Four Colorado River fish show up on the Endangered Species Coalition’s top ten list #CORiver

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Click here to download and/or read the report Water Woes: How dams, diversions, dirty water and droughts put America’s wildlife at risk from the Endangered Species Coalition. Here’s the introduction:

Water is as essential to us as the air we breathe. And water, in all its forms, may bring us a fundamental joy that is unmatched by other elements of nature. Whether it’s splashing in puddles, running through a sprinkler, diving into a swimming hole, whitewater rafting a powerful river, skiing down a majestic mountain, ice-skating on a local pond, or just listening to the rush of a waterfall, our collective childhood memories include many wonderful experiences of water.

While water blankets our planet, 97 percent of it is salty, and 2 percent is locked in snow and ice. Therefore, less than 1 percent is available as freshwater, stored in rivers, lakes, wetlands and aquifers. This freshwater is our lifeblood. We’ve settled along riverbanks, and used freshwater for our enjoyment, transportation, irrigation, fisheries, recreational tourism, energy production, and drinking water. In short, we’ve spread this indispensible resource thinly.

Though we have an unabashed love for water, we treat it with little respect. We use water as our dumping grounds—the pollution and runoff from our cities, industries and farms spills into our rivers and other freshwater sources. We’ve diverted, damned and drained our rivers, parching some of our greatest ones out of existence. Even the mighty Colorado River, though strong enough to carve out the Grand Canyon, has been no match for our intensive water consumption. Most years, it no longer reaches the sea. In fact, few of our rivers remain pristine.

And new man-made threats are bearing down on our freshwater resources. Climate change is expected to increase droughts. According to scientific models climate change combined with population growth will result in much of the United States experiencing issues with water scarcity by 2025. Meanwhile, as hydraulic fracturing (fracking) spreads, so does the potential for more dirty water. According to an Argonne National Laboratory report, our oil and gas wells produce at least nine billion liters of contaminated water per day.

For the country’s imperiled wildlife, these threats are severe. We’ve seen massive fish kills, closures of multi-million fisheries and even the extinctions of species in the wild. Fish no longer reach their spawning grounds, frogs suffer from chemicals seeping through their delicate skins, introduced plants choke native ones from their habitats, exotic aquatic species threaten native fish, and development threatens the stream-side homes of mammals and birds.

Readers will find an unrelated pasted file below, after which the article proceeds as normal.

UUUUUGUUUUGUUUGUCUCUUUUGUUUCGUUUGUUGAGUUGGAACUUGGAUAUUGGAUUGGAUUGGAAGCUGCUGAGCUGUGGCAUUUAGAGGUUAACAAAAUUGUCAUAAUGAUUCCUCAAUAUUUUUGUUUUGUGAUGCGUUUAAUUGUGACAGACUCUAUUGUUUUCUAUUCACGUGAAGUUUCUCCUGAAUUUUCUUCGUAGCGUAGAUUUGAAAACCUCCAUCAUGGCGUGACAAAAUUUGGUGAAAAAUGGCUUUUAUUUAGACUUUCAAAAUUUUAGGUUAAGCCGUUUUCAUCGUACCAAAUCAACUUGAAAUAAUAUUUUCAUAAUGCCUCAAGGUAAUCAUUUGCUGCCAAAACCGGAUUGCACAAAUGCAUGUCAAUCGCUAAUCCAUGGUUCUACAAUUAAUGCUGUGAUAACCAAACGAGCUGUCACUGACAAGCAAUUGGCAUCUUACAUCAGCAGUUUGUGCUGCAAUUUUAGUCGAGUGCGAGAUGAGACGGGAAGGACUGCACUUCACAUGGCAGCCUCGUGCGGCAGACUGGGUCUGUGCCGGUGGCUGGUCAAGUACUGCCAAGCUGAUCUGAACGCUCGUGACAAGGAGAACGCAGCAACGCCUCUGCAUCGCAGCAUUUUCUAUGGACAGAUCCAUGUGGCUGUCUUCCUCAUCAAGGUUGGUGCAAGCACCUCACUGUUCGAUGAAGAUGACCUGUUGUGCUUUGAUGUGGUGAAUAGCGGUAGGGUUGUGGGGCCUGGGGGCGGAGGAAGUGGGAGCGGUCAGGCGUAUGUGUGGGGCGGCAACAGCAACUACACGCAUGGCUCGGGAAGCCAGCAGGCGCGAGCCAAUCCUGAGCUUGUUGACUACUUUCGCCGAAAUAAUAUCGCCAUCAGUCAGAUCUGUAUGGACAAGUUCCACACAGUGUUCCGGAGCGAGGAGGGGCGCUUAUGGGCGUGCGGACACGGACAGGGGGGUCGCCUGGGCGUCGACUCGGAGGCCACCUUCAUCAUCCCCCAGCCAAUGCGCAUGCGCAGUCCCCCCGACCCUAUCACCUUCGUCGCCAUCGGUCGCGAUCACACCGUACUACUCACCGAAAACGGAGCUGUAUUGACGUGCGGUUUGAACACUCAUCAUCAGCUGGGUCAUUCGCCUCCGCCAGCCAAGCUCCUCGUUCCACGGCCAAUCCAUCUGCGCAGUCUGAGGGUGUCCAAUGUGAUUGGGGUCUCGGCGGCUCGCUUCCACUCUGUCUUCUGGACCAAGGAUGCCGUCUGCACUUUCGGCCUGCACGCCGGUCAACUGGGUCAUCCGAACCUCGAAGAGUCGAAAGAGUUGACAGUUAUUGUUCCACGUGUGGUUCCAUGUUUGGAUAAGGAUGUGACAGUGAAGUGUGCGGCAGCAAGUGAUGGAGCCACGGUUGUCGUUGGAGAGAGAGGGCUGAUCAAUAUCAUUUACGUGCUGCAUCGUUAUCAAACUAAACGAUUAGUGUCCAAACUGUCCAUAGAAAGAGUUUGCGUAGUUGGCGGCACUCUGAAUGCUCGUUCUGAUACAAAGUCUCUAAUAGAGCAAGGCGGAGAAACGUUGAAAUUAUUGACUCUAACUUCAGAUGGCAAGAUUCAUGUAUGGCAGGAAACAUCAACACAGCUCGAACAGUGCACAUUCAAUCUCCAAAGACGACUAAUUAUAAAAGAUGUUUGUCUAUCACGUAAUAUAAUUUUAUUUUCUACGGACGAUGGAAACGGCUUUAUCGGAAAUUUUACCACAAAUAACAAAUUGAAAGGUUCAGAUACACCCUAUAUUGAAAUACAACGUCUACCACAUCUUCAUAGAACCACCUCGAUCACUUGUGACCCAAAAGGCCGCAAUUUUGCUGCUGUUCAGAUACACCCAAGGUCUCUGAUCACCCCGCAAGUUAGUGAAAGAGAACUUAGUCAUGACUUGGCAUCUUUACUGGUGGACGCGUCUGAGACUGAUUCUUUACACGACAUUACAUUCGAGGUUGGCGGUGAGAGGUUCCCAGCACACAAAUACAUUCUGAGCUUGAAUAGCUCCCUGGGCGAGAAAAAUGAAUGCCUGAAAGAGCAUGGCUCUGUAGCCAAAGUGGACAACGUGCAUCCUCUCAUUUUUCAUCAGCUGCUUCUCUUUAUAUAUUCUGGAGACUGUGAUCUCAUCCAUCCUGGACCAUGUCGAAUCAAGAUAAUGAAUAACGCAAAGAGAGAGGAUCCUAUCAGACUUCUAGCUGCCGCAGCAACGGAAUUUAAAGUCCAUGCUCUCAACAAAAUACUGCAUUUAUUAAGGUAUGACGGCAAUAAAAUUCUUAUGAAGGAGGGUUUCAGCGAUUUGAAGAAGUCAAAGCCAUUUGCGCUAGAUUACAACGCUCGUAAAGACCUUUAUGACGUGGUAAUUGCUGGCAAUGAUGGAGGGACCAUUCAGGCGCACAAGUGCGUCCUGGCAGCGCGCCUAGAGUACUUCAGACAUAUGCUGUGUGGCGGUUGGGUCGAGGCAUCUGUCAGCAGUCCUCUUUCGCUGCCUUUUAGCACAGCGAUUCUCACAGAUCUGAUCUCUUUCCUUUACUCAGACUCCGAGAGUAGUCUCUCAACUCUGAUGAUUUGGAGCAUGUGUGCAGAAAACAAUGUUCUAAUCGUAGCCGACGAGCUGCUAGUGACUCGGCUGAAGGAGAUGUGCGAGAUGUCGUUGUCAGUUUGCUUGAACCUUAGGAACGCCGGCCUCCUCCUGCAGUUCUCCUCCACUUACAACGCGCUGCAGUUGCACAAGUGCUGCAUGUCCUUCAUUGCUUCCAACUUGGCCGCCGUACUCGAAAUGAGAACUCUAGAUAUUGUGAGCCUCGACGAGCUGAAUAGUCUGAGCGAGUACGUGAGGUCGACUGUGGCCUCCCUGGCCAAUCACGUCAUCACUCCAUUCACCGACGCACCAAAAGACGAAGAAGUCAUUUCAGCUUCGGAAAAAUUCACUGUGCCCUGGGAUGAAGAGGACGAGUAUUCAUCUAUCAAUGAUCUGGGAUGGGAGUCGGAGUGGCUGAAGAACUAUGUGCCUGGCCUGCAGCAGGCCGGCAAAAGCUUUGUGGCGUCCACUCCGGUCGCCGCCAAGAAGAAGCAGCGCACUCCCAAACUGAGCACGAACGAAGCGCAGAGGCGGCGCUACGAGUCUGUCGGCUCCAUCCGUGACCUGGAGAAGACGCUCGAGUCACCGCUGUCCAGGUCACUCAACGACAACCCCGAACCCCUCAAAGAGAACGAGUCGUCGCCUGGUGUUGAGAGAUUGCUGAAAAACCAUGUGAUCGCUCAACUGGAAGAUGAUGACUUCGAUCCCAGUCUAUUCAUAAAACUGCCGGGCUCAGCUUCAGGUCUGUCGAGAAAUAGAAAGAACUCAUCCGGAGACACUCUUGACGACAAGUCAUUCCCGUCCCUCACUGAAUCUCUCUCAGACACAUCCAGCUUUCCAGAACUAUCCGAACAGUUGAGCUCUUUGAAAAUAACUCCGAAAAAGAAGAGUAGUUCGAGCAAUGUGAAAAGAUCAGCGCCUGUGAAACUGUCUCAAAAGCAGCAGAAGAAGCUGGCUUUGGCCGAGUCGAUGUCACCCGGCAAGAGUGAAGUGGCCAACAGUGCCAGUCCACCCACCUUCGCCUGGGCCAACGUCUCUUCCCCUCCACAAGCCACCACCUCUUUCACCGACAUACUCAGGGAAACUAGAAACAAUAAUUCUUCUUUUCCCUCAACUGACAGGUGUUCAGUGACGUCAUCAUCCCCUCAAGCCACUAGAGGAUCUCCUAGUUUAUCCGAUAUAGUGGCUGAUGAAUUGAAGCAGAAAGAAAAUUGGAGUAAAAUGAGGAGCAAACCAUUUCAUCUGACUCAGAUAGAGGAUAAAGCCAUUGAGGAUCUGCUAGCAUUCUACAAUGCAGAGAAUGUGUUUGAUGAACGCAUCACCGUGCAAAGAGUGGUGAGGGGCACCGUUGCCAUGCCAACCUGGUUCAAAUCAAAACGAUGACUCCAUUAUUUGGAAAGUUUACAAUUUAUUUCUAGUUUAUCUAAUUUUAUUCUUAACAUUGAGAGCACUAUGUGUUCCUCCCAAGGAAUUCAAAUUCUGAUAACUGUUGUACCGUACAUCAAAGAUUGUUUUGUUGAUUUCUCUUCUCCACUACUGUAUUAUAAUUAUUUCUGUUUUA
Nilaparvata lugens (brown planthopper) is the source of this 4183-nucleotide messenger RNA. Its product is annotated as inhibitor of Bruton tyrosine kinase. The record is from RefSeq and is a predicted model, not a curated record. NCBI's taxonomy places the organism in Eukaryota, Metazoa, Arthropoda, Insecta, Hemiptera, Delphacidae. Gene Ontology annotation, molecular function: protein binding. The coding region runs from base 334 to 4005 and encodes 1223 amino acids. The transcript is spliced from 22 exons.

This report details the top ten water woes for endangered species. It describes how our water management—our dams, diversions, dirty water and droughts have imperiled America’s wildlife, birds, fish and plants. But this is also a report about hope—how those of us living with threatened and endangered species can take action to help.

Thanks to one of the strongest endangered species laws in the world, we continue to protect our natural heritage. And it is not too late to save our species; across the country, we can all do our part. Supporting the groups involved in this report and their work to protect wildlife, plants and habitats is important. Standing up for wildlife protections is essential. And at home, we can make a difference by eliminating any leaks in plumbing; by installing water-efficient toilets, showerheads, washing machines, and dishwashers; by planting native plants adapted to our local environment; by reducing or eliminating our lawns; and by installing rain barrels to capture storm water for watering the garden.

Join us in protecting our country’s incredible web of life.

Thanks to the Colorado News Connection (Kathleen Ryan) via the Ag Journal for the heads up. From the article:

Leda Huta, the executive director of the Endangered Species Coalition, explains why this report is so significant. “When we look at the country and what we’ve done to our fresh water resources, it’s frightening. Every animal has its role to play in the ecosystem.”

The report finds the bonytail chub is functionally extinct, while three other species – the Colorado pike minnow, the humpback chub and the razorback sucker – are all declining in population because of non-native invasions, declining water, and river pollution. Other creatures on the national list include salmon, antelope and mountain yellow-legged frogs.

Huta says the declining availability and quality of water comes at a time when the planet can expect to have less fresh water available because of global warming. “We will see more drought and water scarcities due to climate change that we’ve created and to having an increasing population, so those two together are going to have even greater impact on our fresh water.”

The report highlights things people can do to reduce their demand on fresh water, which makes up only 1 percent of the water on the planet. That includes landscaping with native plants, reducing the size of lawns, and using water-efficient appliances and toilets.

More endangered/threatened species coverage here and here.

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